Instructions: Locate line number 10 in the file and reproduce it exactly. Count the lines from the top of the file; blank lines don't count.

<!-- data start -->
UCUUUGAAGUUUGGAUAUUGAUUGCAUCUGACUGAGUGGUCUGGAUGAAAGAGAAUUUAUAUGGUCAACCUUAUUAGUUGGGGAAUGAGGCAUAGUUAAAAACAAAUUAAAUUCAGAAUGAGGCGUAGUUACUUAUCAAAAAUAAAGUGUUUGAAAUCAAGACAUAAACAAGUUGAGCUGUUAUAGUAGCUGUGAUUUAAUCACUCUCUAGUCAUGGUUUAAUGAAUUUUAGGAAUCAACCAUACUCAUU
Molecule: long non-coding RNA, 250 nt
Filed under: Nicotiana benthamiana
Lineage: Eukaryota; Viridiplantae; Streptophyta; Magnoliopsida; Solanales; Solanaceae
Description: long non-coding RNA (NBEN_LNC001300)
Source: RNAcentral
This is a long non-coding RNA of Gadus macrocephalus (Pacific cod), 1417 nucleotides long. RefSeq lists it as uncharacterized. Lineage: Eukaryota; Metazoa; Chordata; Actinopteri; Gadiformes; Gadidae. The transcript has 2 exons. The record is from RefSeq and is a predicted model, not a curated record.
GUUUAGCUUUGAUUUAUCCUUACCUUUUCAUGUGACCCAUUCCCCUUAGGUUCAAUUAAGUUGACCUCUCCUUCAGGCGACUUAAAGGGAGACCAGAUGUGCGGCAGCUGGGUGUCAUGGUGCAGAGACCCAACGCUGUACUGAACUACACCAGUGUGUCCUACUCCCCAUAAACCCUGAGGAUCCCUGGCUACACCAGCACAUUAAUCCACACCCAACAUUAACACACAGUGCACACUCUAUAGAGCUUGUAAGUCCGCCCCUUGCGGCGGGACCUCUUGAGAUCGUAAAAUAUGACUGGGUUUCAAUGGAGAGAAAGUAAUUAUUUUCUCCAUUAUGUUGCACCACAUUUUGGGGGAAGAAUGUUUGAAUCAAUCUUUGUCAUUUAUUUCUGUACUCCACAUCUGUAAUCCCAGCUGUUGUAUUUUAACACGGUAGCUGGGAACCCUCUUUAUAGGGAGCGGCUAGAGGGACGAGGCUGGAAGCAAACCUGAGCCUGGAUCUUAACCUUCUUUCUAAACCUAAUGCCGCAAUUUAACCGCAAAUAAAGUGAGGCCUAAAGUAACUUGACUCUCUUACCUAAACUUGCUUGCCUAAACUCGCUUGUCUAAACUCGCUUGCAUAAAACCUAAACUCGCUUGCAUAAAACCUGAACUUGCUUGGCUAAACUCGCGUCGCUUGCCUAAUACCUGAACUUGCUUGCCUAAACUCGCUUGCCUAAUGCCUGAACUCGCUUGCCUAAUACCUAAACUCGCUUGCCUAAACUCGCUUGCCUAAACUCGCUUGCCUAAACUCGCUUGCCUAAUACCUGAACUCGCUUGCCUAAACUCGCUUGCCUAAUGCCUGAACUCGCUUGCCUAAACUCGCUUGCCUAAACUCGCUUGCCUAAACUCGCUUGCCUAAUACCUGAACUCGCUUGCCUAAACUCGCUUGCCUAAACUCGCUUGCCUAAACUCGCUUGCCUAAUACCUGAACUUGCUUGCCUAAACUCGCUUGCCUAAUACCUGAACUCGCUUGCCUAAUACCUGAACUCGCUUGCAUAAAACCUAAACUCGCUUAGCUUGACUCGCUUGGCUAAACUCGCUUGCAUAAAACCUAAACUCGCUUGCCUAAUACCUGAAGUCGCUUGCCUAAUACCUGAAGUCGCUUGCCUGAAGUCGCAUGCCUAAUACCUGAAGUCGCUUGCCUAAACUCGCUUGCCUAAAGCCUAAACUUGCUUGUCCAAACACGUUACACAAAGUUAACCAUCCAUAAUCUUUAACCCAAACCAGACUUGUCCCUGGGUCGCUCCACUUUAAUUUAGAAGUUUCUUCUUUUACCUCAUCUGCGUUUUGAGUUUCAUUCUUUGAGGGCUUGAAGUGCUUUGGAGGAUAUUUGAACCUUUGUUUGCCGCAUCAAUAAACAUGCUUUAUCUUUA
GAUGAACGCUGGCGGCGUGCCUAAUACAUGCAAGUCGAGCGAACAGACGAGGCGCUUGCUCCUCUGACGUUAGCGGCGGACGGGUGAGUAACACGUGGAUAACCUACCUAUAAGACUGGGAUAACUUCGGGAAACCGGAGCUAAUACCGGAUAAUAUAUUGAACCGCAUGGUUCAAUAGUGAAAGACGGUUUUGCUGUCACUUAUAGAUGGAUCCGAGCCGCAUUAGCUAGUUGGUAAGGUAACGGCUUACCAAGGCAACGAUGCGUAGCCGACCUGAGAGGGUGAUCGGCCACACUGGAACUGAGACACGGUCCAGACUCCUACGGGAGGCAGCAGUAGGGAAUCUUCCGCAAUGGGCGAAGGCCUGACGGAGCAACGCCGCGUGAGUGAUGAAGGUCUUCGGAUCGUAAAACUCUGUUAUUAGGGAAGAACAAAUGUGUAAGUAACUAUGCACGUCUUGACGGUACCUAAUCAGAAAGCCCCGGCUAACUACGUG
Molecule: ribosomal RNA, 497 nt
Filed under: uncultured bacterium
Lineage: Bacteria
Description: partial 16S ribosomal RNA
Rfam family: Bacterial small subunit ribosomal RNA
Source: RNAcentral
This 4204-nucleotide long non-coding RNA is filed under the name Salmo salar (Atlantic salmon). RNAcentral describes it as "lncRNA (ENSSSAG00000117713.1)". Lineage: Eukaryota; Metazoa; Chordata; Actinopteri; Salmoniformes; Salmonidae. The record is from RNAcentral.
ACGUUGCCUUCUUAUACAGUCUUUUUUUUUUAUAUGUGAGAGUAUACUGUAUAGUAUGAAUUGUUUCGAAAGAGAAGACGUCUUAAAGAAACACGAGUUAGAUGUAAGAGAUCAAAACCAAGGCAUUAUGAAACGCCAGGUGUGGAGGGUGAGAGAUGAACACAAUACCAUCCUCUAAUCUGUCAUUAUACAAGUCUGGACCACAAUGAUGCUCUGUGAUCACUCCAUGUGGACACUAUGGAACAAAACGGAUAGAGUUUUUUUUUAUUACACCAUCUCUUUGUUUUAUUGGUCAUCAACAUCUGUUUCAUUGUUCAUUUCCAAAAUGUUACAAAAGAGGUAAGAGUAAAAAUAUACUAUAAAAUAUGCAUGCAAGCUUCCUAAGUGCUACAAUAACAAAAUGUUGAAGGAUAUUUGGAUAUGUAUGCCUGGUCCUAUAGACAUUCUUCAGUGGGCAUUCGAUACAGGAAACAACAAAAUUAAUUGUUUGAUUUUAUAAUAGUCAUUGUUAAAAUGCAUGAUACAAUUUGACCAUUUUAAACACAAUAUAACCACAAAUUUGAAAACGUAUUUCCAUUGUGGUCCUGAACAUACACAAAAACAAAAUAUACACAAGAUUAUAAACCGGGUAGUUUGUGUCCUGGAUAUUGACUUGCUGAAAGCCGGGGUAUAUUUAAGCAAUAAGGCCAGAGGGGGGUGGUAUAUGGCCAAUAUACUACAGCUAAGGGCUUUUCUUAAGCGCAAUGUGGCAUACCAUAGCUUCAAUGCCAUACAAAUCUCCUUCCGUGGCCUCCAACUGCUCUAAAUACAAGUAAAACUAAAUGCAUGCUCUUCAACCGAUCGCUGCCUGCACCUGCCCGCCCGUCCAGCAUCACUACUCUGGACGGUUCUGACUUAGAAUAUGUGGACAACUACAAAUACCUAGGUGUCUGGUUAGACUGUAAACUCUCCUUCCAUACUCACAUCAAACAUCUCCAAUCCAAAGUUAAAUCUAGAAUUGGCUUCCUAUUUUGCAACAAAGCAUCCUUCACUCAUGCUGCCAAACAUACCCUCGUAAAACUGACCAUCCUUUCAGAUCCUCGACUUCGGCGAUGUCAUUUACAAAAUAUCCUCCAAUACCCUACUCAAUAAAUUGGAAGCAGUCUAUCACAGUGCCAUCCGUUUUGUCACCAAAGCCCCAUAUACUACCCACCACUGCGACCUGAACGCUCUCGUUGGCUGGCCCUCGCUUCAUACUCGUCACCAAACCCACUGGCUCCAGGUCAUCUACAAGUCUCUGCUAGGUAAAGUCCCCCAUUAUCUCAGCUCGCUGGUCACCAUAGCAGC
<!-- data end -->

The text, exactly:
Molecule: ribosomal RNA, 497 nt